Peter threw some books and papers into his backpack. He had a paper to work on so he left his dorm room and began a leisurely stroll across campus toward the library. It was an unseasonably warm day – hardly the type of day to be inside writing papers – and he wanted to savor a few minutes in the sunshine and fresh air. His mind was wondering, and he almost didn’t see his friend, Kaye, as they approached one another on the sidewalk.

“Peter!” she called, bringing him back to reality.

“Hey, Kaye. What’s up?”

“I’m just coming back from volunteering,” she replied. She always spent a few hours of every weekend working at a charity.

“That’s cool,” Peter said sincerely. “I wish I had time to volunteer, but with my internship and student organizations and everything this semester, it’s hard to have enough time for homework as it is.”

“I get that,” Kaye sympathized. “But there are other ways to help out charities that can be equally as helpful.” Peter saw where she was going. “I know, but as a student, I don’t exactly have a lot of money I can donate right now.” “I totally understand. Instead of donating a bunch of money yourself, give a small donation then ask five or so of your friends to do the same. Then have those friends also challenge their friends. It really starts to add up and no one has to break the bank.”

“That makes sense! I definitely have $10 or $20 I can spare. I just never thought that small of an amount would make a difference, but if a bunch of us were all giving $20, that can add up to something big!” Peter agreed.

“That’s just one of many things you can do!” Kaye added. “What if I told you that you could make a big difference to a charity without spending any money or even leaving Facebook?”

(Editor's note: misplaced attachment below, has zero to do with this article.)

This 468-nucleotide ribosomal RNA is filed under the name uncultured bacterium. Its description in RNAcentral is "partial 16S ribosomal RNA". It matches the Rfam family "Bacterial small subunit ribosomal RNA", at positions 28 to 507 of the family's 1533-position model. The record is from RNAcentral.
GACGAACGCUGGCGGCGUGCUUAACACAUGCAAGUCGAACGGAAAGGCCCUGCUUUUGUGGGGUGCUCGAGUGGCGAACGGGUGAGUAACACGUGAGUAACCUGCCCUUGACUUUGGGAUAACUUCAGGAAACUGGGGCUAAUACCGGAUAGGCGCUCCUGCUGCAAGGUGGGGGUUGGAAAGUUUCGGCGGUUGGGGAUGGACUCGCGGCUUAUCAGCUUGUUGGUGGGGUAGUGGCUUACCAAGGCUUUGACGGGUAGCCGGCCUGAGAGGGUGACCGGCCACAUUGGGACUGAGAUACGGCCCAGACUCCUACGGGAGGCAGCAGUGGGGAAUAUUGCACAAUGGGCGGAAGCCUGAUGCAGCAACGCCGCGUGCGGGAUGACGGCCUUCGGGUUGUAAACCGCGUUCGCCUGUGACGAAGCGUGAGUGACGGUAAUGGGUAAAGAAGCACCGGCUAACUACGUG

“You mean like following pages and ‘liking’ posts?” Peter asked.

“Those are good things to do, too, but they don’t always have the biggest impact. In addition to doing that, next time you start following a charity on Facebook, write a short paragraph on your timeline saying why you support the charity, and when you share a post, write a sentence or two explaining why you shared it. Those simple things really help get the word out by getting your Facebook friends to pay closer attention. Think about it – everyday you probably scroll past dozens of posts that friends share. Making it personal makes it stand out!” That’s why  “Going Beyond Social Media Likes, Following, or Photo Tagging” is so important.

“That’s awesome because it’s something everyone can do! I’m going to write a post as soon as I get to the library. Thanks, Kaye!”

If you’re reading this sentence then you’re certainly an individual who cares about helping people even with the little time and resources you have. As you know, sometimes you may not have a lot of money to donate, but being intentional about helping an organization can go a mile along with our small donations. For instance, in the case of YesLiberia, after you “LIKE” a photo or “FOLLOW” a page, you can be intentional by doing the following do these three simple things:

  1. Write a short paragraph explaining your reasons for LIKING or FOLLOWING YesLiberia.
  2. Think about your friends a consciously pick five to 10 friends and challenge them to make donations each. If these friends think like you, they will most likely donate as you have.
  3.  “Custom share” YesLiberia’s stories with your social media networks, co-workers, classmates, church, etc… YesLiberia defines “Custom Sharing” as the act of adding few sentences to whatever you share about YesLiberia. The staff believes people will appreciate what you share even more if you can tell them why you are sharing it with them. That is the proper etiquette for sharing posts, articles, or photos with others.

So, let’s be intentional, and consciously do these things. You can start right now, with this article. It makes a whole lot of a difference for YesLiberia, as the organization focuses on fundraising for SportsUp. Ready? Set? Go beyond Photo Tagging, Likes, and Following.

About the Author: Ms. Nevins has served as regional director of an international volunteer program for university students, a regional marketing coordinator for an NGO, an instructor for 5th and 6th graders, and, most recently, Editorial Intern in Cape Town, South Africa. She studies International Relations/Affairs at George Washington University.